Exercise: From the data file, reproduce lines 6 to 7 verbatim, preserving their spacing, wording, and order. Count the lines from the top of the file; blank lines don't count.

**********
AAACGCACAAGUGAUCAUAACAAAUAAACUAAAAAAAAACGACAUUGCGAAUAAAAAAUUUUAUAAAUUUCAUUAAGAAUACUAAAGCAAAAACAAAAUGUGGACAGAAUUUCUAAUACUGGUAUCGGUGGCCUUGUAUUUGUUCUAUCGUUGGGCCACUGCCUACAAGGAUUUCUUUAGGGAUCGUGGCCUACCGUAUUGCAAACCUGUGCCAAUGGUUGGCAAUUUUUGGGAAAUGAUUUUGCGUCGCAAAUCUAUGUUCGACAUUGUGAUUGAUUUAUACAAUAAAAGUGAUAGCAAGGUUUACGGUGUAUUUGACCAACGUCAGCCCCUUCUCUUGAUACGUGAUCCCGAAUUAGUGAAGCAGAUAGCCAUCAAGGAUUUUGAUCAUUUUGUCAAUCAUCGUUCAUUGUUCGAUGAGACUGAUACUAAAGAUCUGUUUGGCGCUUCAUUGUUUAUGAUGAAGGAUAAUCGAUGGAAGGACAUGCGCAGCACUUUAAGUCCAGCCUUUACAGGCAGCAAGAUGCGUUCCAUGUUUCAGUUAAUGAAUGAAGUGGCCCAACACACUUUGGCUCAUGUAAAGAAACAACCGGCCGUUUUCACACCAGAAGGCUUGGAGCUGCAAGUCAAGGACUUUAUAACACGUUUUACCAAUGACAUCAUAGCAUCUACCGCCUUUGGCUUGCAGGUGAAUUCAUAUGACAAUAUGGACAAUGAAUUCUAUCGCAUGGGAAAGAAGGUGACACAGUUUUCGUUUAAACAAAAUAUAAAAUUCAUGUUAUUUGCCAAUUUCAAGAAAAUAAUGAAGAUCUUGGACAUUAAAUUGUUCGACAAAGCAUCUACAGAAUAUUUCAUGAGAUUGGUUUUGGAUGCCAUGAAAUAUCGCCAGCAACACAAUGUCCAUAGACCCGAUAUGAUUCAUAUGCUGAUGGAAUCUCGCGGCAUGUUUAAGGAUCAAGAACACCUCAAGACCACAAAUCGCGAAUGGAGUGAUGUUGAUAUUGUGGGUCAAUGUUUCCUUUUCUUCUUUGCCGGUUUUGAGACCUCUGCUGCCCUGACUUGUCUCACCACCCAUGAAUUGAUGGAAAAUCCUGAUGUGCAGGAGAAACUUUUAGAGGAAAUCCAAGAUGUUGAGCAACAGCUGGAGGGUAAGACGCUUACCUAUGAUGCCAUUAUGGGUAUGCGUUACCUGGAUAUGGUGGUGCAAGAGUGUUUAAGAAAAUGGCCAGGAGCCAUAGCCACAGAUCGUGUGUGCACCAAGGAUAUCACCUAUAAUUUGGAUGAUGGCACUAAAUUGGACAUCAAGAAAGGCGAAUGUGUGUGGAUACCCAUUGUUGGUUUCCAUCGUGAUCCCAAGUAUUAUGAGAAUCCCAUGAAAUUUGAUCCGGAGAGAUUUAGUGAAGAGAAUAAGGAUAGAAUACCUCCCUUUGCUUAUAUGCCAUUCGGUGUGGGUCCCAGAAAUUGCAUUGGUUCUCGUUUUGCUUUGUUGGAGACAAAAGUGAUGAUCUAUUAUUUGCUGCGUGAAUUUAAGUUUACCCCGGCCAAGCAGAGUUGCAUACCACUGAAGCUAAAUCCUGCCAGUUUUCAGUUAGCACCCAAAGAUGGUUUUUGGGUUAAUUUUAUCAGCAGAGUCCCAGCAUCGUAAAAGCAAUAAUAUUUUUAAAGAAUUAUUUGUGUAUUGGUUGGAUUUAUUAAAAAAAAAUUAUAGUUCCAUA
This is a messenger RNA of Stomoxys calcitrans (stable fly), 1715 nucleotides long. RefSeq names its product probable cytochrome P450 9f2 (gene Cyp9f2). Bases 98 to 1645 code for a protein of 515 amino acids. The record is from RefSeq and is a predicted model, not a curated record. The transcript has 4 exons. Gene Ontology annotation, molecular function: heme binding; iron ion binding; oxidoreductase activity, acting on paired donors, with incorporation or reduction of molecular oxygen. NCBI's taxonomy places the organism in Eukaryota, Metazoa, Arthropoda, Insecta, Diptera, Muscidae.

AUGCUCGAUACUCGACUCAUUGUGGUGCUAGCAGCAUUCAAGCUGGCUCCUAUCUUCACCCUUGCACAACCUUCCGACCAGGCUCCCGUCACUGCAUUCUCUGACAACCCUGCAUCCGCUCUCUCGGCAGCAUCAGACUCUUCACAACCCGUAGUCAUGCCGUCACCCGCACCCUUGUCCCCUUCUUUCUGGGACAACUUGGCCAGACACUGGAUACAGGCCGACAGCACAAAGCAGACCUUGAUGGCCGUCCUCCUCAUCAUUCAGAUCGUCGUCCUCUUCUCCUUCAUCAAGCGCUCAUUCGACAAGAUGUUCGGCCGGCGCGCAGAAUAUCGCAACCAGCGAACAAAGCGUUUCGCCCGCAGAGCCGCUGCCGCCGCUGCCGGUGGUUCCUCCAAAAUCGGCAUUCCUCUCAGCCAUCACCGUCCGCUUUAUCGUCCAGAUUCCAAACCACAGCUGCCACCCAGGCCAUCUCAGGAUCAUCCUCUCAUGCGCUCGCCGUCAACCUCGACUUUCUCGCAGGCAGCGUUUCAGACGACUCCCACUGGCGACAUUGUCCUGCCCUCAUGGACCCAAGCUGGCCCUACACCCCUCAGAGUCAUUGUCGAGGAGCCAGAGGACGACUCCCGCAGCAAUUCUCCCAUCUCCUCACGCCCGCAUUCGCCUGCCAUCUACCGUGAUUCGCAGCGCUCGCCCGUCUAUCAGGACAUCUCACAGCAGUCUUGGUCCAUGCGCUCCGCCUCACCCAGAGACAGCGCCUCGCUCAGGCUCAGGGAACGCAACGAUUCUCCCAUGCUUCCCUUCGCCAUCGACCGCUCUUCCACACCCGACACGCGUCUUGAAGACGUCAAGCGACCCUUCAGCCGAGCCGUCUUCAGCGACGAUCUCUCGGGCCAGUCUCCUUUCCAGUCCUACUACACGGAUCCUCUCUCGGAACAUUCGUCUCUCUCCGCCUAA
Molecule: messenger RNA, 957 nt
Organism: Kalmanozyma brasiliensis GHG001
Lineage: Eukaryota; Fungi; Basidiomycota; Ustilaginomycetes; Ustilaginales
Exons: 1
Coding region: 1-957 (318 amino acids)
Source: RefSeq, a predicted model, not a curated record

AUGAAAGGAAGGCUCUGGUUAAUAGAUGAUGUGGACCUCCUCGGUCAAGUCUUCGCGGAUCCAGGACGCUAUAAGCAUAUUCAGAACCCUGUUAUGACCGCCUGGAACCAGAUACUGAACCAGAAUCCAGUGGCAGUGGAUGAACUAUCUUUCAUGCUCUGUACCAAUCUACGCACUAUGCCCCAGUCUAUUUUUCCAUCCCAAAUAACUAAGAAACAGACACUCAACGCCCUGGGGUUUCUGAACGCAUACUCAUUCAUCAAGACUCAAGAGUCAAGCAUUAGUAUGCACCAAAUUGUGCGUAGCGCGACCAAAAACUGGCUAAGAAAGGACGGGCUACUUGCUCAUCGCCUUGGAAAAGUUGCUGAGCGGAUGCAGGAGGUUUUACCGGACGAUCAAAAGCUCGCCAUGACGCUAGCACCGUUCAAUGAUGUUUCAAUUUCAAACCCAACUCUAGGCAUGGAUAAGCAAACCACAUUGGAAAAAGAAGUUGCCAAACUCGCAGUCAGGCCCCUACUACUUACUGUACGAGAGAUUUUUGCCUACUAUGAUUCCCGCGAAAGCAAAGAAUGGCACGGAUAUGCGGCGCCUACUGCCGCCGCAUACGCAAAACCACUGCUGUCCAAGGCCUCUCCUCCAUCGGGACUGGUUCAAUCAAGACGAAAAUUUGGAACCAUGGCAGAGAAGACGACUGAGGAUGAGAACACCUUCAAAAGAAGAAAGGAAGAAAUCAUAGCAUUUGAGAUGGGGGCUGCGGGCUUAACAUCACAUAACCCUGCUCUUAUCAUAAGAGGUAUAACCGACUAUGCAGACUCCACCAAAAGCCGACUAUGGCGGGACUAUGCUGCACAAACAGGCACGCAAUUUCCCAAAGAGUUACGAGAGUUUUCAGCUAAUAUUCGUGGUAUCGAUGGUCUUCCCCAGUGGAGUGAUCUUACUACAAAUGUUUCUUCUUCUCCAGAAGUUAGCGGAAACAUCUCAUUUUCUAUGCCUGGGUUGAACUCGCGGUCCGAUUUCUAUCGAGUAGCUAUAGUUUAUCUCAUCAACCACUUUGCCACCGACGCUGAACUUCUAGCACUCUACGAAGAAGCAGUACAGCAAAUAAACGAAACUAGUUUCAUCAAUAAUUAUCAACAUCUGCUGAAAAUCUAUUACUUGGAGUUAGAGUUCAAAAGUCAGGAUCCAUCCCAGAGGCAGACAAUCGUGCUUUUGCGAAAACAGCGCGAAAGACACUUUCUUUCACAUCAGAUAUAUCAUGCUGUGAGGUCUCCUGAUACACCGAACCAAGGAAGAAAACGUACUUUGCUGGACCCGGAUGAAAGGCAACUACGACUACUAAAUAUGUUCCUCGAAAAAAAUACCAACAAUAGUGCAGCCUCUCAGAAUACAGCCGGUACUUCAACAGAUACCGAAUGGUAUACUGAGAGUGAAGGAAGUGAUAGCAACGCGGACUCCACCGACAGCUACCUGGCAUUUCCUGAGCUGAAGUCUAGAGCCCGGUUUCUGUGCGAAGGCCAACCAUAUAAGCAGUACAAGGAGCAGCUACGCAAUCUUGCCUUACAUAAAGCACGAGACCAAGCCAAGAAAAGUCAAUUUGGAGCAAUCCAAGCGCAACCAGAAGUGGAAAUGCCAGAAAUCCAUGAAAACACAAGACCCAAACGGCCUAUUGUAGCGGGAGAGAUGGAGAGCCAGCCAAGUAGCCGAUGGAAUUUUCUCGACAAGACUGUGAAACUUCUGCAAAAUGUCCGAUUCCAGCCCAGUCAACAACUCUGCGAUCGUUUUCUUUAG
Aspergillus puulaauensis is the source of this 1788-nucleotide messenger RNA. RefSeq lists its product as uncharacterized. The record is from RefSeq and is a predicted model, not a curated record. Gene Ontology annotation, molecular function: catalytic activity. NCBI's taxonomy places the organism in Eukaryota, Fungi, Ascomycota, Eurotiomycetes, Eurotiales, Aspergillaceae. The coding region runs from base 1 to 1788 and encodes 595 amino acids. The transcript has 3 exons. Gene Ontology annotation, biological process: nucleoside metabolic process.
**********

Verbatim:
Lineage: Eukaryota; Fungi; Basidiomycota; Ustilaginomycetes; Ustilaginales
Exons: 1